Monday, 30 November 2009
Carbon Pollution Reduction Scheme Bill 2009 [No. 2]; Carbon Pollution Reduction Scheme (Consequential Amendments) Bill 2009 [No. 2]; Australian Climate Change Regulatory Authority Bill 2009 [No. 2]; Carbon Pollution Reduction Scheme (Charges — Customs) Bill 2009 [No. 2]; Carbon Pollution Reduction Scheme (Charges — Excise) Bill 2009 [No. 2]; Carbon Pollution Reduction Scheme (Charges — General) Bill 2009 [No. 2]; Carbon Pollution Reduction Scheme (CPRS Fuel Credits) Bill 2009 [No. 2]; Carbon Pollution Reduction Scheme (CPRS Fuel Credits) (Consequential Amendments) Bill 2009 [No. 2]; Excise Tariff Amendment (Carbon Pollution Reduction Scheme) Bill 2009 [No. 2]; Customs Tariff Amendment (Carbon Pollution Reduction Scheme) Bill 2009 [No. 2]; Carbon Pollution Reduction Scheme Amendment (Household Assistance) Bill 2009 [No. 2]
I do have some response, Senator. The answer to your question about why we are doing this is very simple—this is about the security of Australia’s electricity supply. That is the public policy question to which we addressed our minds. It is not about giving people a windfall gain. It is not about being craven. It is not about being corrupted. It is about this government responsibly working with the opposition to deliver a package which, we believe, secures Australia’s electricity supply through this transition.
I have to say, Senator, that I find two things about your contribution difficult. You are entitled to your view, but I find it difficult to be lectured about transformation by somebody who is voting for Senator Fielding to stop this bill and I find it difficult to be lectured by somebody about being corrupted. I again put on record what I put on record last week—it seems to escape the Greens’ focus that sometimes people of goodwill can approach a public policy question and come to a different answer. It is not because we have been got to. It is not because we are craven. It is not because somehow we have been corrupted. We simply come to a different view. We disagree with your policy proposition. This is one of those occasions.
Some of the factual circumstances you outline are, in fact, incorrect. I want to try—briefly, if I can, because I know Senator Abetz was jumping to his feet—to deal with them. I will try to deal with them as best I can. One issue was that you asserted that people have to keep polluting to get this assistance. It seems to me, respectfully, that you have misread the power system reliability test that the government has included in the original bill—I will come to the amendments we are moving shortly—which is a requirement for receiving assistance under this scheme. What we have said to the recipients of this scheme is, ‘You cannot exit unless the market operator says you can.’ That is about ensuring that we can continue to supply. It is not saying ‘You have to stay.’ It is saying, ‘If you want to exit, you have to exit with the consent’—with a certificate, I think, is the way we have regulated it—‘of the market operator.’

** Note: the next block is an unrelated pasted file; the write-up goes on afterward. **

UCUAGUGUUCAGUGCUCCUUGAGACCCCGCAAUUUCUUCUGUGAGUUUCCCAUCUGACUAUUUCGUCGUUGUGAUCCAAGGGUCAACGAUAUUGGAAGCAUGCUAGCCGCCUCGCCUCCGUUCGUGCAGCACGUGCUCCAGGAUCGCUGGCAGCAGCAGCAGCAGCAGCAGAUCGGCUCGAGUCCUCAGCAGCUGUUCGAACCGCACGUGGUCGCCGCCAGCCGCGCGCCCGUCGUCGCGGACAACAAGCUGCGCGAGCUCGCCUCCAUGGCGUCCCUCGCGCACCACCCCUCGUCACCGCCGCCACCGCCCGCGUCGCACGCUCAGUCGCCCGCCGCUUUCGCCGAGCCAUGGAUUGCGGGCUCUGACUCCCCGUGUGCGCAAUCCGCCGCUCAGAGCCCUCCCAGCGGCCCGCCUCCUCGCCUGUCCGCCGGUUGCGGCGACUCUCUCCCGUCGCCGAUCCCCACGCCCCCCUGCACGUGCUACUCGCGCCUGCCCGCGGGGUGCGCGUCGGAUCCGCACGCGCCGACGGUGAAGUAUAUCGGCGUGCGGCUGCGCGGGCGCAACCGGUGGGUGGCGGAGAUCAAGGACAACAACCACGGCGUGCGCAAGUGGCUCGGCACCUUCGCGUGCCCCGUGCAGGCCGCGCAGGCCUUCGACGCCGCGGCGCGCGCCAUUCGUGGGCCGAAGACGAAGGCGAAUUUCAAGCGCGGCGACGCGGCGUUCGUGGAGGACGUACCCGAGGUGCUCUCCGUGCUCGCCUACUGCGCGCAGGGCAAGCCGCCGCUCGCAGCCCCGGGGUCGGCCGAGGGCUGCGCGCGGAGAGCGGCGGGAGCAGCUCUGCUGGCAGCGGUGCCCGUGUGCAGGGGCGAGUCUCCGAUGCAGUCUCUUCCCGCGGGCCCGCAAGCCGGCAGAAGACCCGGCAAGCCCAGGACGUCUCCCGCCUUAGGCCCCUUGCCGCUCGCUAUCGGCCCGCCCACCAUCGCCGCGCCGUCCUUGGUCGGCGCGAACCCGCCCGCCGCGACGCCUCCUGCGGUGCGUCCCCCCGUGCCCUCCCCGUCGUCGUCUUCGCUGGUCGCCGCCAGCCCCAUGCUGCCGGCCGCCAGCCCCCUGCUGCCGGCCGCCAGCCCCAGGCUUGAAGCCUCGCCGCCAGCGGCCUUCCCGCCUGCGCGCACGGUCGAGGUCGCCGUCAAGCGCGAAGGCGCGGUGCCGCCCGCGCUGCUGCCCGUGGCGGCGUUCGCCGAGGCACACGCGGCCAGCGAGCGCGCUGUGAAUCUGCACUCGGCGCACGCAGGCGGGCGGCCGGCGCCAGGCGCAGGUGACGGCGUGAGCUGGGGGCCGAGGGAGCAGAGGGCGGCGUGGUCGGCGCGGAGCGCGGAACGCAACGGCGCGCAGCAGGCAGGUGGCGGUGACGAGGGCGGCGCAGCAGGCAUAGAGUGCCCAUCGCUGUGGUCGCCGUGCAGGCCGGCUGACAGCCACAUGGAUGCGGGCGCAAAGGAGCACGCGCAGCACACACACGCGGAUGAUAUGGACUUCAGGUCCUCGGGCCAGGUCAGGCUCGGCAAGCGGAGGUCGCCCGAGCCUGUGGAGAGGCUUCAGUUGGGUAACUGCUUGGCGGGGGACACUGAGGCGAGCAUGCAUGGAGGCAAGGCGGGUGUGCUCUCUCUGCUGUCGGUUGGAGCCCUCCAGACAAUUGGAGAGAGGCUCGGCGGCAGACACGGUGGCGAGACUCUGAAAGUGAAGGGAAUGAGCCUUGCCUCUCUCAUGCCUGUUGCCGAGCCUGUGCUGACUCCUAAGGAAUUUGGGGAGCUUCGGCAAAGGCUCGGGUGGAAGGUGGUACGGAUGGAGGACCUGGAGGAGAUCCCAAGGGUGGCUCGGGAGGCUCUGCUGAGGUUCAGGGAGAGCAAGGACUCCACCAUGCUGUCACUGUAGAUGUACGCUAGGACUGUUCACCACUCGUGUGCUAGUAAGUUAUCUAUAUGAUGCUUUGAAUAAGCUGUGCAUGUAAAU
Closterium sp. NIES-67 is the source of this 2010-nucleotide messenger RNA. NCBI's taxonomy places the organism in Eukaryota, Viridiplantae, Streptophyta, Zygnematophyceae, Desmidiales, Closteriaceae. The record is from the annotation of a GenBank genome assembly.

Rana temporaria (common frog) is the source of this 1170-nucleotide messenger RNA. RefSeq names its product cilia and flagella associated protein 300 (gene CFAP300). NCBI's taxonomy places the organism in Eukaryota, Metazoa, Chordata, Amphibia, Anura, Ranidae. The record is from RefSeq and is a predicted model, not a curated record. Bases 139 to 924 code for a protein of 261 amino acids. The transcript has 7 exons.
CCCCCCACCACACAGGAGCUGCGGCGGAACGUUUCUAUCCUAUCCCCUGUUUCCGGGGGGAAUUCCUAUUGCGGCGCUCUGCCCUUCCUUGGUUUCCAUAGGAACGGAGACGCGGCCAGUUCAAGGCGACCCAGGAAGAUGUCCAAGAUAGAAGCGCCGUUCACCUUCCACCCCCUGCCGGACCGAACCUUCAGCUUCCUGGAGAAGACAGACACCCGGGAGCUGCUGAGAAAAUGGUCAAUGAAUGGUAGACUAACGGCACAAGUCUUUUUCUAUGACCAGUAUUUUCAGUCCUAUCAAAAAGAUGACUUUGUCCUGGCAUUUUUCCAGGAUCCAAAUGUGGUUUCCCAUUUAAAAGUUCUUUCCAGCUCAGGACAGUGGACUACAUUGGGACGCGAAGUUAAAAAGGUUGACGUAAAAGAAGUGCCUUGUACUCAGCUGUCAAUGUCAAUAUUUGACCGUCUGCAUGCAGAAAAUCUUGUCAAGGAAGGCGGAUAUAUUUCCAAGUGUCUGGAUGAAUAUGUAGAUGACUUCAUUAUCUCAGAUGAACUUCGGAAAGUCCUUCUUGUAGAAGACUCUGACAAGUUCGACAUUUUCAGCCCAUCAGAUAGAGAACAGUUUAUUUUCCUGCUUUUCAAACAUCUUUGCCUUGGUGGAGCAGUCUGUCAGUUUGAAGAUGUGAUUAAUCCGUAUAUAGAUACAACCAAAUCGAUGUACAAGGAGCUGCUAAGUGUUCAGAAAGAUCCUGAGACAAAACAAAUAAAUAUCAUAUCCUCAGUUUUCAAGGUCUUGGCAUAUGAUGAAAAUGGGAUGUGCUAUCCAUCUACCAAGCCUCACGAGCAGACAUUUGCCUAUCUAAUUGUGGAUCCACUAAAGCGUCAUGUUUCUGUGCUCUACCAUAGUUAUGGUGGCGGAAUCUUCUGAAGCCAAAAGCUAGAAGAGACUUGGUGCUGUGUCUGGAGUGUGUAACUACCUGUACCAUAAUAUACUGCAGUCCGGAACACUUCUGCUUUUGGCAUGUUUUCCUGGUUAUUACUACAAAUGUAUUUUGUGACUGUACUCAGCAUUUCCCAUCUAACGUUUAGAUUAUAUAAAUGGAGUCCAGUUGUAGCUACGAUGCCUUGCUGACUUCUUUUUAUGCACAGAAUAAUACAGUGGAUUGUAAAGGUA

The second point I would make is that one of the changes that will be moved by the government at some point—I suspect now that it will be sometime on Wednesday or Thursday at the rate we are going—is for the inclusion of a low-emissions transition incentive which enables recipients of this assistance to retain their allocation if they invest in new generation capacity progressively to replace their existing high-polluting capacity. That new investment must have an emissions intensity of less than current best practice coal-fired power generation capacity in Australia.
So your assessment of the eligibility requirements, with respect, is not correct. In addition, one of the amendments we are moving is saying, ‘Let’s amend that so as to ensure that, if people want to invest in lower emissions generating capacity, they can do that and still receive their assistance.’ That is an incentive for the transformation to which you refer. I apologise, Senator. I do not believe that amendment is yet before the chamber. I understand we have foreshadowed it. I recall why—it is because we need some consultation with the stakeholders and I am advised that it is quite difficult technically to ensure that it is properly drafted, so we want to make sure that that occurs.
The point is that part of what we have agreed is, yes, additional assistance, but it is also assistance that is very focused on security of supply. I have said publicly—including in the face of various companies asserting that they should have significantly more than is on the table—that we do not believe the public policy proposition that we need to consider is full compensation for all loss of asset value. The public policy proposition is what we need to do to ensure we have a package which ensures confidence in the sector and which delivers the continued security of Australia’s electricity supply through this, as you quite rightly described it, transformation.